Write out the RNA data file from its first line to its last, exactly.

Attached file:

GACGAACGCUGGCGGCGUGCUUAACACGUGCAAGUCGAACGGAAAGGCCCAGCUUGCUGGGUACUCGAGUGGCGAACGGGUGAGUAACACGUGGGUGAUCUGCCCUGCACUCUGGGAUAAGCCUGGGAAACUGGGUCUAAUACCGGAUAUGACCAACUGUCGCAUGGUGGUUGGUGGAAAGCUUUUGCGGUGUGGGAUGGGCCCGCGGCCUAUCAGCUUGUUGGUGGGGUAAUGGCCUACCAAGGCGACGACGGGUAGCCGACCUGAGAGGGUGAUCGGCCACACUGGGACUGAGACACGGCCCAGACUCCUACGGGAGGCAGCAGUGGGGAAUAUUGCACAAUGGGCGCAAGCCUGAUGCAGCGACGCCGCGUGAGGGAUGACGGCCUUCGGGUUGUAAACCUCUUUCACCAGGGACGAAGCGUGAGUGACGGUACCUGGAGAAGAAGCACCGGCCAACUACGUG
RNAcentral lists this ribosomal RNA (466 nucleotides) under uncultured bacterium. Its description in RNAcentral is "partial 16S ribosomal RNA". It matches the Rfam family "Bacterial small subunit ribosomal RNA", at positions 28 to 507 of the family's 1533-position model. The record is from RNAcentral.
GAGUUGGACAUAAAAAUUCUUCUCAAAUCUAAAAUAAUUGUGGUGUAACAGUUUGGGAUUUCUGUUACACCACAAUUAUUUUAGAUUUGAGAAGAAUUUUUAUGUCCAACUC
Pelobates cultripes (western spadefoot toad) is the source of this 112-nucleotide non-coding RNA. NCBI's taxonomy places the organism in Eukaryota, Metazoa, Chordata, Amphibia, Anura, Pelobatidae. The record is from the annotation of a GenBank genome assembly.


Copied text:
GACGAACGCUGGCGGCGUGCUUAACACGUGCAAGUCGAACGGAAAGGCCCAGCUUGCUGGGUACUCGAGUGGCGAACGGGUGAGUAACACGUGGGUGAUCUGCCCUGCACUCUGGGAUAAGCCUGGGAAACUGGGUCUAAUACCGGAUAUGACCAACUGUCGCAUGGUGGUUGGUGGAAAGCUUUUGCGGUGUGGGAUGGGCCCGCGGCCUAUCAGCUUGUUGGUGGGGUAAUGGCCUACCAAGGCGACGACGGGUAGCCGACCUGAGAGGGUGAUCGGCCACACUGGGACUGAGACACGGCCCAGACUCCUACGGGAGGCAGCAGUGGGGAAUAUUGCACAAUGGGCGCAAGCCUGAUGCAGCGACGCCGCGUGAGGGAUGACGGCCUUCGGGUUGUAAACCUCUUUCACCAGGGACGAAGCGUGAGUGACGGUACCUGGAGAAGAAGCACCGGCCAACUACGUG
RNAcentral lists this ribosomal RNA (466 nucleotides) under uncultured bacterium. Its description in RNAcentral is "partial 16S ribosomal RNA". It matches the Rfam family "Bacterial small subunit ribosomal RNA", at positions 28 to 507 of the family's 1533-position model. The record is from RNAcentral.
GAGUUGGACAUAAAAAUUCUUCUCAAAUCUAAAAUAAUUGUGGUGUAACAGUUUGGGAUUUCUGUUACACCACAAUUAUUUUAGAUUUGAGAAGAAUUUUUAUGUCCAACUC
Pelobates cultripes (western spadefoot toad) is the source of this 112-nucleotide non-coding RNA. NCBI's taxonomy places the organism in Eukaryota, Metazoa, Chordata, Amphibia, Anura, Pelobatidae. The record is from the annotation of a GenBank genome assembly.